Bangladesh May Drop Islam As Official Religion In Light Of Recent ISIS Attacks [Video]

An attack on a Christian convert just a few days ago in Bangladesh has strengthened the decision by the Muslim country to drop Islam as the official religion, according to Christianity Today. The Catholic Herald reported the attack that killed 68-year-old Hussein Ali Sarkar, who was stabbed to death in Bangladesh. The Catholic Herald reported that SITE, which is a US-based intelligence group, had stated that ISIS claimed responsibility for the death of Sarkar, saying that a "security detachment" killed the "preacher" to be a "lesson to others." Sarkar had converted to Christianity in 1999 and was not a preacher, according to police.
Sarkar was on his morning walk on Thursday when three attackers stabbed him. After they killed Sarkar, they set off bombs in order "to create panic," said Kurigram district police chief Tobarak Ulla to Reuters. According to the Catholic Herald, ISIS had also claimed responsibility for an attack on a mosque of Ahmadi Muslims. ISIS regard the Ahmadi Muslims as polytheists.

The Catholic Herald also mentioned that the ISIS official magazine, Dabiq, had published an article, "The Revival of Jihad in Bengal," that celebrated the spread of the ISIS network into Bangladesh. Bangladesh has previously denied that ISIS has any presence in the country, according to CH. Police in Bangladesh said that a militant group, Jamaat-ul-Mujahideen, is responsible for recent violence in the country, including the death of Ali Surkar. Christians and minority religious groups aren't the only ones in danger in Bangladesh; nine atheist bloggers have also been murdered or injured in the country over the past three years.

The recent attack by Islam extremists on Sarkar was just one of the latest incidents to cause concern for the Muslim-majority country of Bangladesh. Christianity Today reported that on March 27, the highest court of Bangladesh would hear a petition for more distance for the country from Islam. Islam was added as the state religion in Bangladesh's constitution by military leaders in 1988. Soon after that, opponents filed an objection with the Supreme Court. Today, the court heard arguments that Bangladesh should return to a secular state such as it was when the country gained its independence from Pakistan in 1971. Ninety percent of Bangladesh's population is Muslim, with eight percent being Hindu, and the remaining two percent of the population being Christians and other religions.

The prime minister, Sheikh Hasina, tried to tone down the Islamic identity of Bangladesh in 2009, when she came to power. This included amending the constitution to say that the state couldn't grant "political status in favor of any religion," and to ban "the abuse of religion" and "any discrimination against, or persecution of, persons practicing a particular religion." However, the constitution still says that "the state religion of the republic is Islam," which is why the secular activists who appeared before the Supreme Court find it objectionable. The secular activists also say that the "Islamic designation has been used to rationalize recent violence against Christians and other non-Muslims."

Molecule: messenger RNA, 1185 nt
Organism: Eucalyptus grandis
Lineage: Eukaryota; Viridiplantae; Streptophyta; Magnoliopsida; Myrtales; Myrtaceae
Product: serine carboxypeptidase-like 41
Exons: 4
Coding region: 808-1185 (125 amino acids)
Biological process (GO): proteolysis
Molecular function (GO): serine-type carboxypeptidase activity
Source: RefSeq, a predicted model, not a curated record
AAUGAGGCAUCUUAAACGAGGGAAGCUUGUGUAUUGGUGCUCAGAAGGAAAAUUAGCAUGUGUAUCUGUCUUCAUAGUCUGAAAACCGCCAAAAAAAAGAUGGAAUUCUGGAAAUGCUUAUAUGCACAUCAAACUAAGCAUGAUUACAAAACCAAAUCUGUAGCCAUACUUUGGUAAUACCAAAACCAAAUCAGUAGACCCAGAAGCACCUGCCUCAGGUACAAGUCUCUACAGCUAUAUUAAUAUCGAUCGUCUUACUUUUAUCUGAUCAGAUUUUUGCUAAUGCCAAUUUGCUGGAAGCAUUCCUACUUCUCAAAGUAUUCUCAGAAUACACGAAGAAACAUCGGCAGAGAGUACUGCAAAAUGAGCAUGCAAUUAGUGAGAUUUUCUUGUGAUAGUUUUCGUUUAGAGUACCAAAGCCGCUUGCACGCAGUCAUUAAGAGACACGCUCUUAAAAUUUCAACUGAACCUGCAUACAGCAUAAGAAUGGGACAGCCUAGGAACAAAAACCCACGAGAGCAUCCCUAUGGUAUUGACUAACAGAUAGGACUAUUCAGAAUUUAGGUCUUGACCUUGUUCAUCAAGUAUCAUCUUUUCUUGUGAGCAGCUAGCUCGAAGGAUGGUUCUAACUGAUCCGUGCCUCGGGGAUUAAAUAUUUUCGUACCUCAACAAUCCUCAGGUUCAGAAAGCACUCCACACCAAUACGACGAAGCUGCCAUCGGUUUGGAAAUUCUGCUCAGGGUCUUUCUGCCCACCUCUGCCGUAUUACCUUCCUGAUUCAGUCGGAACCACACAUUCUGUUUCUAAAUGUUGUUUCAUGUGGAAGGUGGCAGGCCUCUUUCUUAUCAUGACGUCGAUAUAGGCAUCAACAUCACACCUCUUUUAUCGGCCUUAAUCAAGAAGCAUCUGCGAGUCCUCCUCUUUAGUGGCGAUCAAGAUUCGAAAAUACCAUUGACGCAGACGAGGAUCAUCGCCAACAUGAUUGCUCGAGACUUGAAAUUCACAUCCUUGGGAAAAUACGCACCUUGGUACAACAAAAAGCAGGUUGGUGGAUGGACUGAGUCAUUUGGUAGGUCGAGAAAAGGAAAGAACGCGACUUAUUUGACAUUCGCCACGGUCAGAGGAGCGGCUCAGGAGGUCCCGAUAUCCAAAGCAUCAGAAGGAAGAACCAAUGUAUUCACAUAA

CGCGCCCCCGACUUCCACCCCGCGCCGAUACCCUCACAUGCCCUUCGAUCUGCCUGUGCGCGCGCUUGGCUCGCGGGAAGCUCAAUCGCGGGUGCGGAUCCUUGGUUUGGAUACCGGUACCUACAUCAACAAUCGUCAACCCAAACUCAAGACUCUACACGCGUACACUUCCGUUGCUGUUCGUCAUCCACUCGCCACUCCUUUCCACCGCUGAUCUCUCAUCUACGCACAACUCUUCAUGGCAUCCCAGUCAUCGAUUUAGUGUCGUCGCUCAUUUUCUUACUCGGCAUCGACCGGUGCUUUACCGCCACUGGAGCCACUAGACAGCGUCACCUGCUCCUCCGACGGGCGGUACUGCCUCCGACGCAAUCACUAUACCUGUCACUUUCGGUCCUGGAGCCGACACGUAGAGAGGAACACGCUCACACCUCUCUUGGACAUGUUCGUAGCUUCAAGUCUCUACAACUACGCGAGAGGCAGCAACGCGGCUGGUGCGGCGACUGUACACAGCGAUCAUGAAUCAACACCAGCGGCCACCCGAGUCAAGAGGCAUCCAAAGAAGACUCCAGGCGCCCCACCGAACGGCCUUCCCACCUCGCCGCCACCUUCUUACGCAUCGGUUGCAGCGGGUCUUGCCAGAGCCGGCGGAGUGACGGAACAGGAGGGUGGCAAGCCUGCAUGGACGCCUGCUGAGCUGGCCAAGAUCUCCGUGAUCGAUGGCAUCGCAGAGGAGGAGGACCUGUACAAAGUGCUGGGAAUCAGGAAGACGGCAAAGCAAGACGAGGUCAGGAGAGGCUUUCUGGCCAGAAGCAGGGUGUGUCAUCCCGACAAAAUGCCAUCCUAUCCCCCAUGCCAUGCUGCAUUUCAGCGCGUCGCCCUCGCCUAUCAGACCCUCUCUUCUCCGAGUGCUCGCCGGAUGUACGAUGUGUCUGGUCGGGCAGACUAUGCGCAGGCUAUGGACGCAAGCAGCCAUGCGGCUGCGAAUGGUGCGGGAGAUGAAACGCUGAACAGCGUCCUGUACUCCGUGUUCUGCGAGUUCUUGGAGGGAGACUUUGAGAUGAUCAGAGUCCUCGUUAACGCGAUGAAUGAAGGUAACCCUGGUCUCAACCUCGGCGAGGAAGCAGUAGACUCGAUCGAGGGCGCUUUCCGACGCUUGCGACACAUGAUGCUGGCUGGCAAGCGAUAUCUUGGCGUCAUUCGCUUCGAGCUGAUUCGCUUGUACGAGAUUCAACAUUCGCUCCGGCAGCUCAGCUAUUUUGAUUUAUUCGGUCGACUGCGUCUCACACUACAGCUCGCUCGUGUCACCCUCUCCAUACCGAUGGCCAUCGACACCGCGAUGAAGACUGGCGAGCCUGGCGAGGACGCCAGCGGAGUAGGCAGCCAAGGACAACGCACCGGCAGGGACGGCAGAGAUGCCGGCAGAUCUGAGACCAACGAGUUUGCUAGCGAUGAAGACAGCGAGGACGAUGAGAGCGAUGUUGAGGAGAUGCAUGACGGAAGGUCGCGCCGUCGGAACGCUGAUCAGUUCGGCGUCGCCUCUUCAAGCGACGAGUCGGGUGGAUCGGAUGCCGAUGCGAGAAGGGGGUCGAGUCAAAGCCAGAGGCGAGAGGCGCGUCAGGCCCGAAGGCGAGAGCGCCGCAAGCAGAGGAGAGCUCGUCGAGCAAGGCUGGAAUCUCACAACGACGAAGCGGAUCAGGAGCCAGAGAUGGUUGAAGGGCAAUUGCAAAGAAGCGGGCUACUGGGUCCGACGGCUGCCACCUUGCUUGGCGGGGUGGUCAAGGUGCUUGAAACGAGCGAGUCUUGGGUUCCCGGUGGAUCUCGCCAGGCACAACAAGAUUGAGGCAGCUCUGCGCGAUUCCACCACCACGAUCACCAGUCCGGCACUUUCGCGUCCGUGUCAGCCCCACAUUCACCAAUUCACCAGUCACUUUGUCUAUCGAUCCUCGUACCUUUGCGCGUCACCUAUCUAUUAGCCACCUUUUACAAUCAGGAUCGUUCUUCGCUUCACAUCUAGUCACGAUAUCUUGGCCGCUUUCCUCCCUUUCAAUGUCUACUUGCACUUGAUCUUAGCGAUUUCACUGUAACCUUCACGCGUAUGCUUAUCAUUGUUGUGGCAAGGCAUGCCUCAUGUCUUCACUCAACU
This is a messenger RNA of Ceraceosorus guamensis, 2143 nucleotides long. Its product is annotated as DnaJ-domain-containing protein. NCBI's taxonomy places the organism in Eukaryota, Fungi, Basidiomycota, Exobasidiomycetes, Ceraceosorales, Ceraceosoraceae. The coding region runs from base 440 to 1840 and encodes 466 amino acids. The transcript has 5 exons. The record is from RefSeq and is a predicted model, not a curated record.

Jubilee Campaign and Christian Solidarity Worldwide gave an oral statement to the United Nations this month which said, "Minority groups in Bangladesh continue to face discrimination in the law, in society and in treatment by enforcement agencies."
"Last year's multiple attacks on Shia mosques, Hindu temples and threats to Christian church leaders are reflective of the ongoing struggles for religious minorities in Bangladesh. Increasing number of violations on freedom of expression are also concerning, indicated by attacks on bloggers and publishers of secular material."
There have been many acts of violence on non-Muslim groups over the past few years in Bangladesh, and the country is number 35 on Open Doors' 2016 World Watch List which ranks where it's "hardest to be a Christian." Open Doors reported, "There are fatwas implemented all over the country, especially in rural areas, and there are demands to introduce Shari'ah law in order to show that the country belongs to the 'House of Islam.'"
"As the Christian minority is growing, it faces more and more restrictions and challenges. This pressure is not driven by the government, but by radical Islamic groups, local religious leaders, and families."
Islamist hardliners have threatened protests if the Supreme Court drops Islam as the official religion, but Christians and some moderate Muslims are welcoming the potential change, according to Christianity Today.

[Photo by Allison Joyce/Getty Images]